You can use this list to determine who’s most active on your list and reward them with exclusive content.
Segment your emails based on key demographics, such as age, sex, and location (A/S/L for short) like in the good ‘ole days of Internet chat:
Let’s break down each demographic.
Someone in the 20s will react to an email differently than someone in their 60s. If you appeal to a wider demographic, make sure that you segment so that you’re speaking their language.
By sex, or gender
Men are from Mars… yeah, let’s just say men and women think differently, and may have different motivations for joining your list. If you sell apparel, for example, you’ll want to segment your list so that you’re sending the emails to the most relevant buyer.
Your business is global, but you don’t want to send out one email to everyone from Hong Kong to Nashville at the same time. What if you’re hosting an impromptu live webinar? You’ll want to target only the people within a specific set of time zones, and not those who are probably sleeping.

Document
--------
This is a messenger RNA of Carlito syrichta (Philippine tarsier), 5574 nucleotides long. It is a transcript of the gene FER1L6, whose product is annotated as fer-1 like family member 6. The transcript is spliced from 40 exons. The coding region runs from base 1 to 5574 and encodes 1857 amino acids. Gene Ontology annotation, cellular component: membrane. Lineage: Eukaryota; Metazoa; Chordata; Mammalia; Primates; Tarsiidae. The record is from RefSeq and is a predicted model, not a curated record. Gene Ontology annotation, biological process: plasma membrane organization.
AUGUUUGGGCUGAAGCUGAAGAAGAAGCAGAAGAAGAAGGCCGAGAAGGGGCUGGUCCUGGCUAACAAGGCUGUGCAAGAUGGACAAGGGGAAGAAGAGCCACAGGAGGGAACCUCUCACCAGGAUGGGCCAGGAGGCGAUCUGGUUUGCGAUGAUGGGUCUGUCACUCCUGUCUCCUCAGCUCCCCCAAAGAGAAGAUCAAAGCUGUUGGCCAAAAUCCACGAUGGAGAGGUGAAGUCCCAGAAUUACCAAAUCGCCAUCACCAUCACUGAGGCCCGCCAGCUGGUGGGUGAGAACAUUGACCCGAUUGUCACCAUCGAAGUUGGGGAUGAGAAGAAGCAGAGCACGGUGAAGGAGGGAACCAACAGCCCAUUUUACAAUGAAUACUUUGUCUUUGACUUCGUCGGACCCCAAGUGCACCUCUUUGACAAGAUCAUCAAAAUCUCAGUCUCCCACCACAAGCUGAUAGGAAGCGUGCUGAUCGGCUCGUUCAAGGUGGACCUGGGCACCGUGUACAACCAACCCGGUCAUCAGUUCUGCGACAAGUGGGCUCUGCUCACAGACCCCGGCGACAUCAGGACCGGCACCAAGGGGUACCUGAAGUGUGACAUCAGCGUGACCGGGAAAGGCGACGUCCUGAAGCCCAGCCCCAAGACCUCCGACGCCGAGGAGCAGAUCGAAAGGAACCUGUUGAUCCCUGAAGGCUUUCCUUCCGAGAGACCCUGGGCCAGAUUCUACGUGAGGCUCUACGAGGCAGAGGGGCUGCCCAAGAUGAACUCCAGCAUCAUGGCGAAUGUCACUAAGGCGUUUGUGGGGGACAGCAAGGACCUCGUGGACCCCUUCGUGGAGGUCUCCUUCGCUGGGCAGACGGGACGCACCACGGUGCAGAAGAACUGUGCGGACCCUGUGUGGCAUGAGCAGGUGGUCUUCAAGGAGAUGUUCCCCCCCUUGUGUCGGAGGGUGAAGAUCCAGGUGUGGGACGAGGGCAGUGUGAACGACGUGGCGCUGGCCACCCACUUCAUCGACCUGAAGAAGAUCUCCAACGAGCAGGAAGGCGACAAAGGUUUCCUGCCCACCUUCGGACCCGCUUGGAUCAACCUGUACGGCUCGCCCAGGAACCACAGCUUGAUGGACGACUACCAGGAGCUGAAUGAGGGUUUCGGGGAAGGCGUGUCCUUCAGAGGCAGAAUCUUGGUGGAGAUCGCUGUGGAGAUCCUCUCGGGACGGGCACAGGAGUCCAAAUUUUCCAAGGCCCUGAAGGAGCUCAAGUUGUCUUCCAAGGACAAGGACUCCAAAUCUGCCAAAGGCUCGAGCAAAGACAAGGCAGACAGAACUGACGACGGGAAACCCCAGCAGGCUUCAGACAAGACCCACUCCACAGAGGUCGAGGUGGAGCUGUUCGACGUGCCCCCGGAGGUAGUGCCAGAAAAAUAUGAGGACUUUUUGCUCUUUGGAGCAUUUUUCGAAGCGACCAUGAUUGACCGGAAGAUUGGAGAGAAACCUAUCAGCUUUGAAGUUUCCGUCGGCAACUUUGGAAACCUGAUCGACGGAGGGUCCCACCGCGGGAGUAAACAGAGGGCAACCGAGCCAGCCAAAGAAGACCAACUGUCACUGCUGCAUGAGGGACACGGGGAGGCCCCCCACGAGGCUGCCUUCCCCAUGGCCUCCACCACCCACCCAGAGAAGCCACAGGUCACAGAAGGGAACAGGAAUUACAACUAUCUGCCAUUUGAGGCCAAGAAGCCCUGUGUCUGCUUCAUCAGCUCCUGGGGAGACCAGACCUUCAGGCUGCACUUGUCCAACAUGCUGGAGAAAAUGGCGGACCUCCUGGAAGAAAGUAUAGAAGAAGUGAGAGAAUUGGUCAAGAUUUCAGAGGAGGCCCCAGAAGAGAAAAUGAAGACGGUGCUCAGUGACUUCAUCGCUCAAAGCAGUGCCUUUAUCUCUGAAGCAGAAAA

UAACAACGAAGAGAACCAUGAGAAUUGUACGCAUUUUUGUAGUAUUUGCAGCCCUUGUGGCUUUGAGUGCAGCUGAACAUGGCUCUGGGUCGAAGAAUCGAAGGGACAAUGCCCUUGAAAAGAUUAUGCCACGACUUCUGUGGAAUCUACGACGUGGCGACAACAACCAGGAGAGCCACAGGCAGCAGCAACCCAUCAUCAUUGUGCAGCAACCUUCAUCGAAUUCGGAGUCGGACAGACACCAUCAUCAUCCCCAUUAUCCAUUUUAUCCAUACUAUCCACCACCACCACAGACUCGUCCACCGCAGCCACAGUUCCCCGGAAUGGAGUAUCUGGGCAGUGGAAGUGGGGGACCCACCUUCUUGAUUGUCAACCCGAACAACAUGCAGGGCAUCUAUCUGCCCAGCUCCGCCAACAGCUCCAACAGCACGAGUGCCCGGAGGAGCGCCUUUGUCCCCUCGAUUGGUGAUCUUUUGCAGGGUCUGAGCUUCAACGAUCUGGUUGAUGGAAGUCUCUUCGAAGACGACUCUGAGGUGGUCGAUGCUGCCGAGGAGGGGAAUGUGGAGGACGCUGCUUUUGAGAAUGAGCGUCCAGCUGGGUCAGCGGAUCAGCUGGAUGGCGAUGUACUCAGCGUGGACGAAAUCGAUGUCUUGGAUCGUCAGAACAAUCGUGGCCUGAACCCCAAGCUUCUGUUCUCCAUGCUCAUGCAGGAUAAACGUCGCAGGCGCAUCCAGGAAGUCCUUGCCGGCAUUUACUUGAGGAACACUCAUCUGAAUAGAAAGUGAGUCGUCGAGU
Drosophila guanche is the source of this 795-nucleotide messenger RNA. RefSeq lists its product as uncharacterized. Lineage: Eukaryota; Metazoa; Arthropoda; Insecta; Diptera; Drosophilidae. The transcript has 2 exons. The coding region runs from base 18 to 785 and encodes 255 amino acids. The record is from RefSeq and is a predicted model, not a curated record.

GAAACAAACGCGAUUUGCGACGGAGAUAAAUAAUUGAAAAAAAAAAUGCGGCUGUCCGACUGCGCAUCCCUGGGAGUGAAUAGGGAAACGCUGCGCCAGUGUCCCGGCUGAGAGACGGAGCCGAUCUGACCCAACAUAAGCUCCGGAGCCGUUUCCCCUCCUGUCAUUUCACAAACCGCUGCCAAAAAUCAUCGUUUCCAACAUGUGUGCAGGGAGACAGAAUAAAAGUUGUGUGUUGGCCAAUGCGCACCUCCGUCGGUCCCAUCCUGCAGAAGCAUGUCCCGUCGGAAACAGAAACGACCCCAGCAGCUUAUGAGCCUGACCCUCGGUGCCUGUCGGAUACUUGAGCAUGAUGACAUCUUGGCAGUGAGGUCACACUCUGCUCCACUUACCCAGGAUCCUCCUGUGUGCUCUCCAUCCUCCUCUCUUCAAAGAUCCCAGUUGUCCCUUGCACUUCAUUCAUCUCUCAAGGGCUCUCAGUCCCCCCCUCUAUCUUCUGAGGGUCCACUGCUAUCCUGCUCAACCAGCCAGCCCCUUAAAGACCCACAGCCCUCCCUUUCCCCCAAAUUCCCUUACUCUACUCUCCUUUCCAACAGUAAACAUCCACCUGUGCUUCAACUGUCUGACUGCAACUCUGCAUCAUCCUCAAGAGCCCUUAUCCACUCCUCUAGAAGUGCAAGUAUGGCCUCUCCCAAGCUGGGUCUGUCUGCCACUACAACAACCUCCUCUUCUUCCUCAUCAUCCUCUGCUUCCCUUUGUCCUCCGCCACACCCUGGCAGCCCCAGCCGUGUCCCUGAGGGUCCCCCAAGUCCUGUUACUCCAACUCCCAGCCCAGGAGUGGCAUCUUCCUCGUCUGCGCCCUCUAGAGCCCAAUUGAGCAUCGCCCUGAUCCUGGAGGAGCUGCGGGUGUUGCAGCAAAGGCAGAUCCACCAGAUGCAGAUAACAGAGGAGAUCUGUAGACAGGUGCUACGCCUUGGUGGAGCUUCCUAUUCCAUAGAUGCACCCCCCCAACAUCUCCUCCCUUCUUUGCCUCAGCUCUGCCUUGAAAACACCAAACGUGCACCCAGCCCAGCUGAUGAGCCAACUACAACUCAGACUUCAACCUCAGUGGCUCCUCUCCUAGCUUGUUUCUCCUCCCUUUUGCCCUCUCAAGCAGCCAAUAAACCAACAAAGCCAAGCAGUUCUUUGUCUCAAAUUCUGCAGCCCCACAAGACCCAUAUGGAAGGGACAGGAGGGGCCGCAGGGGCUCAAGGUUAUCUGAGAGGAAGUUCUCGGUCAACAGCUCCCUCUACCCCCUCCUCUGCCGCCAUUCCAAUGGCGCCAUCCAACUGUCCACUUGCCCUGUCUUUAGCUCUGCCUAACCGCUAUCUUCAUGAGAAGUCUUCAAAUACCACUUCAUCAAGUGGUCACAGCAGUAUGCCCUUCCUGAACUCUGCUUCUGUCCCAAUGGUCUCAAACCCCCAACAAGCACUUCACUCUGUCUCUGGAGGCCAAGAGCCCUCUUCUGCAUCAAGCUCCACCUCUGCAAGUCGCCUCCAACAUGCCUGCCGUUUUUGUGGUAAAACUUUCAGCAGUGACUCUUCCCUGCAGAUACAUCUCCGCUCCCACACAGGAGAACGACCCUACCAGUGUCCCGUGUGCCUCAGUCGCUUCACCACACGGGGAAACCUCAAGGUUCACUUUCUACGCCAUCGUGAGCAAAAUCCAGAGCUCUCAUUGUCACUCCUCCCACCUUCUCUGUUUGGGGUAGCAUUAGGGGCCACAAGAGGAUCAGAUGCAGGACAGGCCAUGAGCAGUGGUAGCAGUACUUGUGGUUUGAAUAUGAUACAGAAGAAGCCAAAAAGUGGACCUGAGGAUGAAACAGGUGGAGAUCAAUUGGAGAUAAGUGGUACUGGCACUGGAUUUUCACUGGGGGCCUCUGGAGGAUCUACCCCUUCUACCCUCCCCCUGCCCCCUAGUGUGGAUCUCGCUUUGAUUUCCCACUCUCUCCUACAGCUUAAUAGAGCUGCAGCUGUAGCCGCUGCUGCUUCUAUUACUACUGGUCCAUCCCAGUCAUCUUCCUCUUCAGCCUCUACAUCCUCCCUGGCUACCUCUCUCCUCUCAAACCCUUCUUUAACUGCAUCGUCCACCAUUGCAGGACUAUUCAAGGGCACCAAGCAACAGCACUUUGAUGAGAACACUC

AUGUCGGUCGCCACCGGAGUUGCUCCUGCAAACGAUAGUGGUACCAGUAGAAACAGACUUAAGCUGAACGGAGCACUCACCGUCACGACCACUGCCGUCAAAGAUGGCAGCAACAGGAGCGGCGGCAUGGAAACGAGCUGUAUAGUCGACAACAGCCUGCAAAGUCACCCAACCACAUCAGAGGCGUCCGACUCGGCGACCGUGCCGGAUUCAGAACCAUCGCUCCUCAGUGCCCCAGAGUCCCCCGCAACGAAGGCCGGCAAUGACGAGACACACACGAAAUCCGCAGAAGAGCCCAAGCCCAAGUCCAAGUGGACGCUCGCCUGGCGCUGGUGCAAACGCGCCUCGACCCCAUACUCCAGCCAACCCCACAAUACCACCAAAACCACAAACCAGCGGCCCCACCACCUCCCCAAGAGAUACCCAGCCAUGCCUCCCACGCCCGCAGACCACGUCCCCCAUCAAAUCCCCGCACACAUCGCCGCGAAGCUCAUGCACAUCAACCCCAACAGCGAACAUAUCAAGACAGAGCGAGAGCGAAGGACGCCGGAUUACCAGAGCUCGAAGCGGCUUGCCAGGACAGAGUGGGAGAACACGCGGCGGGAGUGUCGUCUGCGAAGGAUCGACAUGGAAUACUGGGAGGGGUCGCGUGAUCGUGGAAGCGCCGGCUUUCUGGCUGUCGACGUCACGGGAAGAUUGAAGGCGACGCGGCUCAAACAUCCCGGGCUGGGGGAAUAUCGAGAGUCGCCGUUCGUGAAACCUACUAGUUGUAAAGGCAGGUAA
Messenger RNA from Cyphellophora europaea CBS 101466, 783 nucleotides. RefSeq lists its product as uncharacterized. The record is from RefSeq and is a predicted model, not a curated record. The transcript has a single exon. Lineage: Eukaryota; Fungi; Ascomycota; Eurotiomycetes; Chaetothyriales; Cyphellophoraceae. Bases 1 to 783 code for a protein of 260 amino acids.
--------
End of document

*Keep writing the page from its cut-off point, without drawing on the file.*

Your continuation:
This is one of the best and juiciest segments to include in your email marketing. Are you welcoming a new customer, maintaining an old faithful customer, or re-engaging a customer who’s fallen away? You can’t say the same thing to all three personas.
Let’s take a look at how to market to each.
A new customer
You’ve reeled him in, now reinforce his positive feelings about your brand. Explain how frequently you’ll email and what topics to expect. Highlight a superstar customer testimonial to reassure your new customer that he made the right choice with your brand.
Also, accompany a purchase review email with new recommendations of what to buy. Customers are more likely to be upsold immediately after making a purchase.
An old faithful customer
These are customers you can depend on. They’re always there for your campaigns and purchase from you frequently. Customer retention is a smarter strategy than customer acquisition because it takes less money to keep a customer than to get a new one.